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With $1.1 million in industry and government funding, the University of Saskatchewan will soon be home to a brand new, high-tech, bio-secure insect research facility. 

Set to open in early 2023, the University of Saskatchewan Insect Research Facility (USIRF) will be the only one of its kind at a western Canadian university. Its launch is a major step forward for agricultural research, said Sean Prager, an entomologist at the USask College of Agriculture and Bioresources and USIRF’s research lead.

“For the farmer who asks where their check-off goes and what it does for them, this is the answer. This facility is hopefully a real and long-term boon to farmers,” said Prager.

While it may not look so different from the much smaller facility it will replace, it is the highly regulated components of the USIRF lab that make the facility special. “Basically, it looks like a bunch of rooms with growth chambers. Those aren’t the parts that are particularly important. It’s what’s under the hood that makes the difference,” said Prager.

USIRF will be built to rigorous standards laid out by the Canadian Food Inspection Agency (CFIA) that govern everything from air handling and venting to water filtration and even demand specific building materials for floors and countertops. These features allow the CFIA to give researchers approval to work on pests and pathogens they haven’t until now been allowed to study at USask.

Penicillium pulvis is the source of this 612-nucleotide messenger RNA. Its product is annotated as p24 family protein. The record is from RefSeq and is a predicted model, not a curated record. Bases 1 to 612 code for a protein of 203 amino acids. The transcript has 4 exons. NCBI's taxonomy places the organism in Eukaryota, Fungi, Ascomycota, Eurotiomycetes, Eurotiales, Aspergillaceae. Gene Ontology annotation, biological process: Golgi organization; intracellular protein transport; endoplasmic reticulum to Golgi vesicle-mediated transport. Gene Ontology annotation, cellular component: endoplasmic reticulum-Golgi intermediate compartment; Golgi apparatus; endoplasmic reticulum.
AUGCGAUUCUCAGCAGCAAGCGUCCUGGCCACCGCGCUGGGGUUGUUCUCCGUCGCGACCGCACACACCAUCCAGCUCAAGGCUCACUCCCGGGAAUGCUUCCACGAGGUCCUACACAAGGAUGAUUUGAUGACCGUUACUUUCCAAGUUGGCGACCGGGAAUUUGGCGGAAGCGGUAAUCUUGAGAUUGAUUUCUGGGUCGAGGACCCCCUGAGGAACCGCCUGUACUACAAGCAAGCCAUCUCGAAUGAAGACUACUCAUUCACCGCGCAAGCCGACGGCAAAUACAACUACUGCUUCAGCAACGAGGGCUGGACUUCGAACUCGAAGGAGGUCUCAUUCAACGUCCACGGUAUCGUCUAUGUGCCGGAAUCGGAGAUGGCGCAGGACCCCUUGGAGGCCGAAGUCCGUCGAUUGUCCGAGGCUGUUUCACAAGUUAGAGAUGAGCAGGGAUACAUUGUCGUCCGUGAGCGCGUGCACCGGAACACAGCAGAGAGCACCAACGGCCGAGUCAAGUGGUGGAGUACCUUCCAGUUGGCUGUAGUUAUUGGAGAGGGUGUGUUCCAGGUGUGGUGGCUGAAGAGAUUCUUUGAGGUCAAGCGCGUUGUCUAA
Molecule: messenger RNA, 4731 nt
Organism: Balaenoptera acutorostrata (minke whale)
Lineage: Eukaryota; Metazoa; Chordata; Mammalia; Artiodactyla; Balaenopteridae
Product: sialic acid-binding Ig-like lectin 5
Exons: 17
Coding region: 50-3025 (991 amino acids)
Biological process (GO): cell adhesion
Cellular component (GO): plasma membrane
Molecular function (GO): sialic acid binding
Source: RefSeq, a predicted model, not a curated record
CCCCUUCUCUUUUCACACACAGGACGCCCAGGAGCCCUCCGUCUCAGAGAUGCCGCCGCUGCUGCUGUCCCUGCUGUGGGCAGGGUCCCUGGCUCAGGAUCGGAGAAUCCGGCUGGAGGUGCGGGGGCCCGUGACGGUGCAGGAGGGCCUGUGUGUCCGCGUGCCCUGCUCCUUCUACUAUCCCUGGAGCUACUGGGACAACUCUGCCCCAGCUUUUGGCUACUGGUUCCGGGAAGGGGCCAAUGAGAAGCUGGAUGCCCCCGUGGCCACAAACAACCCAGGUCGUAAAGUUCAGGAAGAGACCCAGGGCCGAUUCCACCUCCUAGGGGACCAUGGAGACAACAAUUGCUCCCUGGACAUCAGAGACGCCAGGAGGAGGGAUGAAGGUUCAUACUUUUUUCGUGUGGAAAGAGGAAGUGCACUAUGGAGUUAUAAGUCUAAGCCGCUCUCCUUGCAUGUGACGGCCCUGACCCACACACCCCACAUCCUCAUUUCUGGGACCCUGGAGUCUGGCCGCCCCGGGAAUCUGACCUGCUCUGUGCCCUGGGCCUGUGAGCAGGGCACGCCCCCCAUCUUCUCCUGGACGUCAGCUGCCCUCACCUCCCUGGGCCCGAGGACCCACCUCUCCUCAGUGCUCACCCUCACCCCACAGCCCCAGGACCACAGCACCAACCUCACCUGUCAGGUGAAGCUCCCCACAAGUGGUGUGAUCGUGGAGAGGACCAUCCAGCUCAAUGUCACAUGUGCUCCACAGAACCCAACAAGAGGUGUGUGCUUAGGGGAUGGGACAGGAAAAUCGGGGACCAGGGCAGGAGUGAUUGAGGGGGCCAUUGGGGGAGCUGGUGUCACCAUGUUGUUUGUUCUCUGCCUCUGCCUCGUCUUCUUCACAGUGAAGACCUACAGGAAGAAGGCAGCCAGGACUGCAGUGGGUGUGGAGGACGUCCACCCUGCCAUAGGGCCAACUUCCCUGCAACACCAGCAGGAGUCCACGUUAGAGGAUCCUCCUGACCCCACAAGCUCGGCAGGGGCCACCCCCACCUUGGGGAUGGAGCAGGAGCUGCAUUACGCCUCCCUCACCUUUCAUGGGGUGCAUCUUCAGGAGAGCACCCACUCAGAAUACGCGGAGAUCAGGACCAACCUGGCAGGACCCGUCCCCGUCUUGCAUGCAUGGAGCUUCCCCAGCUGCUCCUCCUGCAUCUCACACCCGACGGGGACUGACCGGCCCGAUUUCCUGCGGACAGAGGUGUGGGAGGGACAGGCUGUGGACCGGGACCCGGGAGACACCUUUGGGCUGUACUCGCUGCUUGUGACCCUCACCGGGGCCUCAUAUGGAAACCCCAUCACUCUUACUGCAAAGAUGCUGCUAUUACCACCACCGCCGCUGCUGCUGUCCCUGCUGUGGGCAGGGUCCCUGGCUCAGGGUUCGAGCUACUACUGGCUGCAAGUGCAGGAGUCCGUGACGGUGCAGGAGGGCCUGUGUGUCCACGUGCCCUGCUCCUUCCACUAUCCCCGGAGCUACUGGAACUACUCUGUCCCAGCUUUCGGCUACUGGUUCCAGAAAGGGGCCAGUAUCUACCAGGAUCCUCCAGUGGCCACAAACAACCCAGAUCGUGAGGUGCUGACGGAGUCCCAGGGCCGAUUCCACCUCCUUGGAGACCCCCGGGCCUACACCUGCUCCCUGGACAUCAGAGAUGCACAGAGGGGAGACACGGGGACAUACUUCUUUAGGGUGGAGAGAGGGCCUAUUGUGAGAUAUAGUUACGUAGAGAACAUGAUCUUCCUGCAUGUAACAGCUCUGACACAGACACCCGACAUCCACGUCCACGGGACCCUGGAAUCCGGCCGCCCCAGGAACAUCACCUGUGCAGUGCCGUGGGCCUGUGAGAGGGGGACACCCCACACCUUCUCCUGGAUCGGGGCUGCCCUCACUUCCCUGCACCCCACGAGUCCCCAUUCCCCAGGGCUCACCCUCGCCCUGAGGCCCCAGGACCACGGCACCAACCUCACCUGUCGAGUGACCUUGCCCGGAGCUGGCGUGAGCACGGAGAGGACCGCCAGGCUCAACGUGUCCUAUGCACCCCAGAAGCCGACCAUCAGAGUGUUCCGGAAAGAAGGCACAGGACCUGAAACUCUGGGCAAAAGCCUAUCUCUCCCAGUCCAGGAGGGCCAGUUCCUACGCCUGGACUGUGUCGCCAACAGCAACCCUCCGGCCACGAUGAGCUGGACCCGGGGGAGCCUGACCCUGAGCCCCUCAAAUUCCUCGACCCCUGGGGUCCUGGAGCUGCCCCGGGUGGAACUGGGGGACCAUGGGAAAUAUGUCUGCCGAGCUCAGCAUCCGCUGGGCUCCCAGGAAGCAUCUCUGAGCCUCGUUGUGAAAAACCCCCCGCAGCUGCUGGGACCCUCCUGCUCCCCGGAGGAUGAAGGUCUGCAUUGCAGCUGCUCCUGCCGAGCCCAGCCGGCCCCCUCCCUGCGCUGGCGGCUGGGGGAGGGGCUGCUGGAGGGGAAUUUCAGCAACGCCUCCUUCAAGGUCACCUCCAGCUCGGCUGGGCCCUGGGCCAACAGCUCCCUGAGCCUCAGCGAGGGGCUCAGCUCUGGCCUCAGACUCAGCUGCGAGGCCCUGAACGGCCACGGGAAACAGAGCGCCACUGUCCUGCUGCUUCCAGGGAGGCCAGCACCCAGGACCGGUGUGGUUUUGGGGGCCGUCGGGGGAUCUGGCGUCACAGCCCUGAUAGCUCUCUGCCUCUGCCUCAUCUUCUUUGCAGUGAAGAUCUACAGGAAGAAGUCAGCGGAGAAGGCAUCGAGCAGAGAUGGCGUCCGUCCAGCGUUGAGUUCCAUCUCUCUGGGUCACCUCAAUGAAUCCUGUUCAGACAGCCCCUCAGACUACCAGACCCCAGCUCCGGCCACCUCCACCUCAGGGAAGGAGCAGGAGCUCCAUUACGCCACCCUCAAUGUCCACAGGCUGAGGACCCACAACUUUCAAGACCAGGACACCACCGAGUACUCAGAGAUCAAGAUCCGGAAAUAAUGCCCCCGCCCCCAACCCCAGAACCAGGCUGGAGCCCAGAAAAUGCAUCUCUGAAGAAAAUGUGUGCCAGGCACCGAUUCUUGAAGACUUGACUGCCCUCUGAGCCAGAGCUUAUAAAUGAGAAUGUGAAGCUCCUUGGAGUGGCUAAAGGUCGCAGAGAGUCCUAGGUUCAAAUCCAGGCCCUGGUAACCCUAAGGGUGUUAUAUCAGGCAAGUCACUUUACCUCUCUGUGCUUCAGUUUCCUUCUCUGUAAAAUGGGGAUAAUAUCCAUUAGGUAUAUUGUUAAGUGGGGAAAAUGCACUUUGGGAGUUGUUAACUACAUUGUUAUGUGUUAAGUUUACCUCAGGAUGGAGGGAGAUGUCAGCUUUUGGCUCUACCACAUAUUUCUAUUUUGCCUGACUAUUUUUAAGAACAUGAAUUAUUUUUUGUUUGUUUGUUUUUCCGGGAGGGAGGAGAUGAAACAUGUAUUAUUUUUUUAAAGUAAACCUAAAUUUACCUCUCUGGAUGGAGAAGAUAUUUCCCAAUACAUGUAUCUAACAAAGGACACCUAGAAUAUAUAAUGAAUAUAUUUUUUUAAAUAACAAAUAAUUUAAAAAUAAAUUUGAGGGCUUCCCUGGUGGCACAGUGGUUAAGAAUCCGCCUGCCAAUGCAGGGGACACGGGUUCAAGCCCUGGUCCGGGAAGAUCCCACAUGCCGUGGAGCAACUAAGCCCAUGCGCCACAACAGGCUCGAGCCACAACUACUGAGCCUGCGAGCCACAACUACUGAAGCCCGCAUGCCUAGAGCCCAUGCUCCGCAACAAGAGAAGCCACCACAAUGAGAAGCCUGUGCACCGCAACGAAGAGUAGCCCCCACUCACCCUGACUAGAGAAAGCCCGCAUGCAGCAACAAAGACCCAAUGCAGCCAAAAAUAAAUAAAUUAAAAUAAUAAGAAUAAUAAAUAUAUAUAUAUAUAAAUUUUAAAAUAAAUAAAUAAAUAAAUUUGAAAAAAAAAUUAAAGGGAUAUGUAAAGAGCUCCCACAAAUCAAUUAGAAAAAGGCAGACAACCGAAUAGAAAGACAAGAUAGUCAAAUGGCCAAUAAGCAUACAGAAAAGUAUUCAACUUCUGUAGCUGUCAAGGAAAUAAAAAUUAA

“There is a whole range of things that could pose a threat if they were to get out: spotted wing drosophila, swede midge, viruses collected from other places, spotted lantern flies—anything where the risk of causing damage if they escaped is very high,” said Prager. “You’re only allowed to work on pests and pathogens like that if you have this level of security in the lab. Until now, research on those pests and diseases in Western Canada was only possible at government labs.” 

The Western Grains Research Foundation (WGRF) will carry nearly half the initial cost. The federal government, USask and several Saskatchewan crop commissions will finance the remainder.

“All the funding decisions the [WGRF] board makes are from the lens of: will this benefit farmers? In this case, the board decided, yes, we could see the potential benefit to farmers now and down the road as insect populations change, whether from climate change or the natural evolution of pests,” said Garth Patterson, WGRF executive director.

USIRF is expected to produce results almost immediately. The facility’s large laboratory space means it can host concurrent experiments and projects by many students and researchers.

“The projects we couldn’t do before because we didn’t have capacity, those you’ll see right away, so work on economic thresholds, different insecticide trials and susceptibility trials,” said Prager. “The number of staff and students will be highly variable, but it will be many times what was possible previously.”

The facility will also allow researchers to conduct evaluations on pests and pathogens that aren’t yet present on the Prairies or aren’t yet major problems. Working alongside plant breeders, researchers at USIRF will hopefully help develop new resistant cultivars to existing and emergent pests.

“This facility could make a really important difference to getting ahead of problems before they begin,” said Prager.


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